Greenery has long been an important urban element in Boston, offering residents and visitors swaths of cool, leafy parks and grassy enclaves to counterbalance the grit and hustle of the city. Boston has a nearly 400-year-old park, and in the 1870s it commissioned Frederick Law Olmstead, the landscape architect behind New York’s Central Park, to design and build the Emerald Necklace, a 1,100-acre chain of nine parks, linked by parkways and waterways, that meander through the city. Green spaces are a key part of Boston’s landscape, and these are our favorites.
Boston Common — Established in 1634, Boston Common is the oldest park in the US. It’s where cows grazed, colonial militia prepared for the Revolution, and currently where locals and visitors gather to picnic, fly a kite, relax, or play on the grassy areas surrounded by trees, flowers, and narrow walkways. The Boston Common Frog Pond is a seasonal recreation area within the Common, which during the summer sprays water into a splash pool to the delight of children frolicking about and stages a weekly yoga class. Next to the pond, you can ride a classic carousel with a white-and-blue striped canopy from April to October, while come fall the pond holds a pumpkin float with floating luminaries. In winter, the pond turns into an ice skating rink. The Frog Pond Cafe offers simple fare, like grilled cheese sandwiches, burgers, hot dogs, and drinks.
Boston Public Garden — The first botanical garden in the US was founded in 1837. Today, it serves as a bucolic oasis filled with weeping willows, ornate flower beds, statues, and the Lagoon. The Lagoon is a shallow pond home to local ducks and the Swan Boats, a fleet of century-old pontoon pleasure boats, where the driver pedals the rudder inside a giant white swan — although only in spring through fall. Children, teenagers, young couples, and seniors all enjoy this historic, picturesque green space, which fills up at lunchtime with picnickers during fine weather.
The Greenway — This linear belt of parks and gardens runs from Little Italy in the North End to Chinatown. The Rose Fitzgerald Kennedy Greenway Conservancy helped raise funds for the project and guide its design and implementation. Each park has a unique design, reflecting the character of the neighborhood in which it resides. For example, Chinatown has Uncle Frank & Auntie Kay Chin Park, which features a serpentine walkway edged with bamboo and ornamental plants common in East Asia, such as cherry trees and peonies. The trees, flowers, fountains, public art, historical sites, and promenades along the Greenway provide a welcome respite in this densely built area of the city filled with skyscrapers, traffic, and noise.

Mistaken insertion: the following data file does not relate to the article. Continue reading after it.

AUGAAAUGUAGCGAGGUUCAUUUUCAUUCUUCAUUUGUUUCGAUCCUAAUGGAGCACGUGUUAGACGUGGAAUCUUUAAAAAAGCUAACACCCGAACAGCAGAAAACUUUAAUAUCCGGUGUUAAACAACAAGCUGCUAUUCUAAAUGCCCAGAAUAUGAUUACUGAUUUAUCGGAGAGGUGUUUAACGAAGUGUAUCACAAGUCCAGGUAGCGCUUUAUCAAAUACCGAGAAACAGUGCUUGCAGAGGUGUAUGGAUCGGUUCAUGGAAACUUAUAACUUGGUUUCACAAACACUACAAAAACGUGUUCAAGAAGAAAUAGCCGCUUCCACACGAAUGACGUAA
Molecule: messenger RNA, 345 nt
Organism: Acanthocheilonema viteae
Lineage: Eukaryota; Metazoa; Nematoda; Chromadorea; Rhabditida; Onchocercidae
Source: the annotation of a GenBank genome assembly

The Harborwalk — The Harborwalk is a largely coastal trail running 43 miles along Boston’s waterfront from East Boston to the Neponset River. It was created to enable residents and visitors to enjoy the city’s waterfront, despite ongoing development. Though bikers are allowed along select portions, the Harborwalk is mainly for pedestrians, passing through maritime and industrial areas, parks, and by cafes, piers, beaches, and various types of public art.
Franklin Park — This verdant green space in Roxbury is named after Benjamin Franklin, whose trust fund the city had hoped would finance the park; however, the city ended up paying for it. It’s most famous for being home to the Franklin Park Zoo, with hundreds of animals and birds from around the globe, ranging from a citron-crested cockatoo to a white-bearded wildebeest. The park has 65 acres of wilderness with footpaths that wind through clusters of oaks, pines, and hemlocks, and around hills and rocky outcroppings. Art programs are hosted all over the lawn during the summer months and there’s also an 18-hole public golf course — which is great for sledding and cross-country skiing during snowy winter months. The park also has playing fields, a 10,000-seat stadium, a pond with migrating birds, and School Master Hill, where transcendentalist Ralph Waldo Emerson lived for two years in a small cabin before the park was built.
Arnold Arboretum — Founded as a public partnership between the City of Boston and Harvard University, this “living museum of plants” occupies 281 acres of land upon which grow 15,000 trees, shrubs, and vines that have been documented for research and education by Harvard students, faculty, Arnold Arboretum scholars, and visiting scholars from around the world. It’s free, open to the public 365 days a year, and has a jaw-droppingly beautiful collection of seasonal flowers, fruits, and foliage to view. There are free, guided, 90-minute tours on Saturdays, Mondays, and Thursdays at 10:30 AM, and Sundays at 1:00 PM, in addition to other seasonal walks and family activities coordinated through its visitor center.